Alternative social platforms have been discussed by aides, but so far none have been backed by Trump or shared publicly. Trump’s team had anticipated Facebook would let him back on the site, and a person close to Trump said the company’s decision would only mean a “more aggressive timeline” for the development of a new social media platform.
“The model [for fundraising] that has been used to date has been a Facebook-related model, but Trump has one of the largest databases of emails and phone numbers of any political operation in modern times and so it’s a matter of deploying that in a different way,” the person said. “So while it would be a short term disadvantage it would be a long term advantage.”
With over 32 million followers, Trump had the third-largest political following on Facebook behind former president Barack Obama and Indian Prime Minister Narendra Modi. His page was one of the most powerful platforms on the internet. In the final months of last year’s election, the Donald Trump Facebook page dwarfed not just Joe Biden’s page but the pages of many media outlets in total interactions by about a factor of ten.
Trump used his oversize presence on Facebook to not only amplify his message but to tap into a vast network of grassroots, small dollar donors. Advertising on Facebook was a major focus of his 2020 campaign effort, with nearly $140 million spent on the platform.
For Democrats, Facebook was more than a nuisance in 2020; it was a problem—not because of Trump’s ability to tap donors through it but because of the pervasiveness with which disinformation spread on it. The Biden campaign openly clashed with Facebook last fall. Campaign manager Jen O’Malley Dillon wrote in a letter to Facebook CEO Mark Zuckerberg in September, calling the social network “the nation’s foremost propagator of disinformation about the voting process.” She added that: “Facebook’s continued promise of future action is serving as nothing more than an excuse for inaction.”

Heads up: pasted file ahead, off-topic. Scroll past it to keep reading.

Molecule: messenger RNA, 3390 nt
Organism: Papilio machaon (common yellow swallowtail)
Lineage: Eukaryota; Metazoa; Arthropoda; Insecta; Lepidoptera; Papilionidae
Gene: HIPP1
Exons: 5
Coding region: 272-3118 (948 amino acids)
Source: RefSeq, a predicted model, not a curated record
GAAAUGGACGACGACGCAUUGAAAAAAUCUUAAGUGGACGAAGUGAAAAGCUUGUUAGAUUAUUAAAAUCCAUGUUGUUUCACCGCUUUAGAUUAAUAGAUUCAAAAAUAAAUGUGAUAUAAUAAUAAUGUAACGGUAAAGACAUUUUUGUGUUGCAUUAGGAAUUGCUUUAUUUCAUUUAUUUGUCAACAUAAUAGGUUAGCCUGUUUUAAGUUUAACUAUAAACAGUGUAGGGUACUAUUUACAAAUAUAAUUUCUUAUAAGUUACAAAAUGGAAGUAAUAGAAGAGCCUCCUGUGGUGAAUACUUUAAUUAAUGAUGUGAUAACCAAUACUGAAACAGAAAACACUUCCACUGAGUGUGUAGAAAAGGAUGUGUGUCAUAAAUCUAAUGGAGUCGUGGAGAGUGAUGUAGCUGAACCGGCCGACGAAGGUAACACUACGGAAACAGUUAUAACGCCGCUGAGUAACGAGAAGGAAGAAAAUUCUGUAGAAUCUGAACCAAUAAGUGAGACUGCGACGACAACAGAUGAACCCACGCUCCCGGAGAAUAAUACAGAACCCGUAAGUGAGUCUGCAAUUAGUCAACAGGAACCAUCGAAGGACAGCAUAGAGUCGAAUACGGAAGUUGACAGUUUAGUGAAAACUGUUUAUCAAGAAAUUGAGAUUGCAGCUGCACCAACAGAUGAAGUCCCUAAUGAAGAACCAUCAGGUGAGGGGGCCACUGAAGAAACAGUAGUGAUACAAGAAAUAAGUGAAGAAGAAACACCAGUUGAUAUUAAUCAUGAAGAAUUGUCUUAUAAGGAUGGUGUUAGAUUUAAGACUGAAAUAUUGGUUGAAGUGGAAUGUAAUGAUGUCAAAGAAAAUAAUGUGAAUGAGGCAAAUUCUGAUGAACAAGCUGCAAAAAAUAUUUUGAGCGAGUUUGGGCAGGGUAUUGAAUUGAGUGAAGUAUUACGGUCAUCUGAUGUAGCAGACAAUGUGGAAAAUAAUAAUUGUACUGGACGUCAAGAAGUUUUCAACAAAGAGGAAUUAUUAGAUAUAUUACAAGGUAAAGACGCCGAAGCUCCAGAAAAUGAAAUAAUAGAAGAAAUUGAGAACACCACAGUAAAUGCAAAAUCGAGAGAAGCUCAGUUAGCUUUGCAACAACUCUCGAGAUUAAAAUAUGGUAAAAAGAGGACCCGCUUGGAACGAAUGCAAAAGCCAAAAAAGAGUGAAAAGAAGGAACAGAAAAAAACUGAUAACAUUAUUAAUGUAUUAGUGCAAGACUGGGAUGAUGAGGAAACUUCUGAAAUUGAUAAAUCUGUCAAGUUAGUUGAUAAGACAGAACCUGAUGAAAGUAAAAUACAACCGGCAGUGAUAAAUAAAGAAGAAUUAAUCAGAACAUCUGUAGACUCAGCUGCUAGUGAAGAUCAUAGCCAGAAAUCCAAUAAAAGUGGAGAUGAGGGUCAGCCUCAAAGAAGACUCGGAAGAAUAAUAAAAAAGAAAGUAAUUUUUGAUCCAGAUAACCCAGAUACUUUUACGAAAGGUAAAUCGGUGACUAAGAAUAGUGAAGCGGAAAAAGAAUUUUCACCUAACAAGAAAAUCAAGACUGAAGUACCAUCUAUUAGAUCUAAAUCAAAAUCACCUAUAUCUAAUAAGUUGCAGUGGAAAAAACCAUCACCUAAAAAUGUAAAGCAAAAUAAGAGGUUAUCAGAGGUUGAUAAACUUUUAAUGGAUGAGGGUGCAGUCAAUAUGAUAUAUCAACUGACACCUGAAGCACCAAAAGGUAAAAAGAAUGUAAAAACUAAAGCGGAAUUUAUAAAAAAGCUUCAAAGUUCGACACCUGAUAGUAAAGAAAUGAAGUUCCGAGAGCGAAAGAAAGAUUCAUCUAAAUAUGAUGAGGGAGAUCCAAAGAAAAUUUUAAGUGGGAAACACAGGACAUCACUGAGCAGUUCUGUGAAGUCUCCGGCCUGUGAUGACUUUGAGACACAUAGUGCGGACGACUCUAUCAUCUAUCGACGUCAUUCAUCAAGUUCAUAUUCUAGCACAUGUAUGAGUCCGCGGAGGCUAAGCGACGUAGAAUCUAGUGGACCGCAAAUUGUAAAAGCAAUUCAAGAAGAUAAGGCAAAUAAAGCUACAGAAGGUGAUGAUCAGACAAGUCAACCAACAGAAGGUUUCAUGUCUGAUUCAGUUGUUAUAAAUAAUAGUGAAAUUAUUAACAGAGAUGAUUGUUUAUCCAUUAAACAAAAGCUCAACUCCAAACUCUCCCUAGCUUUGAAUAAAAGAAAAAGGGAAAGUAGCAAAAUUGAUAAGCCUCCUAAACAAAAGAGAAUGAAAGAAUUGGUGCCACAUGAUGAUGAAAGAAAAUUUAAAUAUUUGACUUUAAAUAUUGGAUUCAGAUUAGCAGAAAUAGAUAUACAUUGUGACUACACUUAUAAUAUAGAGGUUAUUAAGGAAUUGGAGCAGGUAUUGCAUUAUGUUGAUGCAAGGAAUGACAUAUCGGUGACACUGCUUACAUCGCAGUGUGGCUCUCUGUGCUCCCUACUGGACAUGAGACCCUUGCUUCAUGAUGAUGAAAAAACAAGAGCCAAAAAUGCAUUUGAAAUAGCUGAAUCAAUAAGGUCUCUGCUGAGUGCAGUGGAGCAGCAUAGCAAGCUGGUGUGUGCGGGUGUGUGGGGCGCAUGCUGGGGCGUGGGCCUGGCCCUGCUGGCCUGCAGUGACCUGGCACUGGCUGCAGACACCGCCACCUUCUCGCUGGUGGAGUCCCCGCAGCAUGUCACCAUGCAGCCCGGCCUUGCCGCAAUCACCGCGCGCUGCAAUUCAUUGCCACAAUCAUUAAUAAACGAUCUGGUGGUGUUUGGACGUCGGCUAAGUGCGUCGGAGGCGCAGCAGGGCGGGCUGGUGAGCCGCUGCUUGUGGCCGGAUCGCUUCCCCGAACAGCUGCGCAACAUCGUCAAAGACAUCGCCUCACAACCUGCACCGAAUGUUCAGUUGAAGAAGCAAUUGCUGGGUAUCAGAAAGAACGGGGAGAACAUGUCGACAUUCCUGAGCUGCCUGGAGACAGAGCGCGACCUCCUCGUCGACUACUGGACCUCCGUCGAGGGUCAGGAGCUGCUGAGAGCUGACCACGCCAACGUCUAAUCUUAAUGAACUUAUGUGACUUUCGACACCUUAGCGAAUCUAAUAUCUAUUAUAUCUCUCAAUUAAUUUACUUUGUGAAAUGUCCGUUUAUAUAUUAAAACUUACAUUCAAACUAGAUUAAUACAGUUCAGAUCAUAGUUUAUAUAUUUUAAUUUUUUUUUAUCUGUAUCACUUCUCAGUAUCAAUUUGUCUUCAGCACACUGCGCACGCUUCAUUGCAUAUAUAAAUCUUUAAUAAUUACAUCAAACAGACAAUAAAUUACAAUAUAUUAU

Biden aides felt at liberty to publicly chide the company at will. So too did the boss. “I’ve never been a fan of Facebook, as you probably know. I’ve never been a big Zuckerberg fan. I think he’s a real problem,” Biden told The New York Times editorial board in 2019.
The oversight board’s decision on Tuesday didn’t spark praise among Democrats, who continued to argue that the company itself should have acted far sooner and more decisively. But they did view it as a potentially major development in the political landscape.
“Trump used Facebook to organize his supporters and fundraise, and Twitter to talk to media,” said Nu Wexler, a former Facebook staffer and Democratic operative. “Getting locked out of Facebook ads is a bigger punishment than any restrictions on his political speech.”
For conservatives eager to make tech a bogeyman in upcoming elections, Trump’s suspension from Facebook and permanent ban from Twitter has only escalated their threats — ranging from lawsuits by conservative organizations to antitrust enforcement by Congress.
Trump, too, has argued for going after major tech companies by removing forms of legal shields that they enjoy for the content posted on them. Whether he will be in a position of power to affect that policy is less clear. He has not made any announcements about a run in 2024, and his indecision has held other presidential hopefuls hostage as they try to build out early operations. But Facebook’s decision may have already handicapped Trump’s future plans.
“It’s a huge blow to his fundraising and ability to communicate with the masses,” said Mike Nellis, a Democratic digital strategist who was a senior adviser to Vice President Kamala Harris’ presidential campaign. It’s “going to make it very difficult to make a comeback.”
With reporting by Alex Isenstadt and Alex Thompson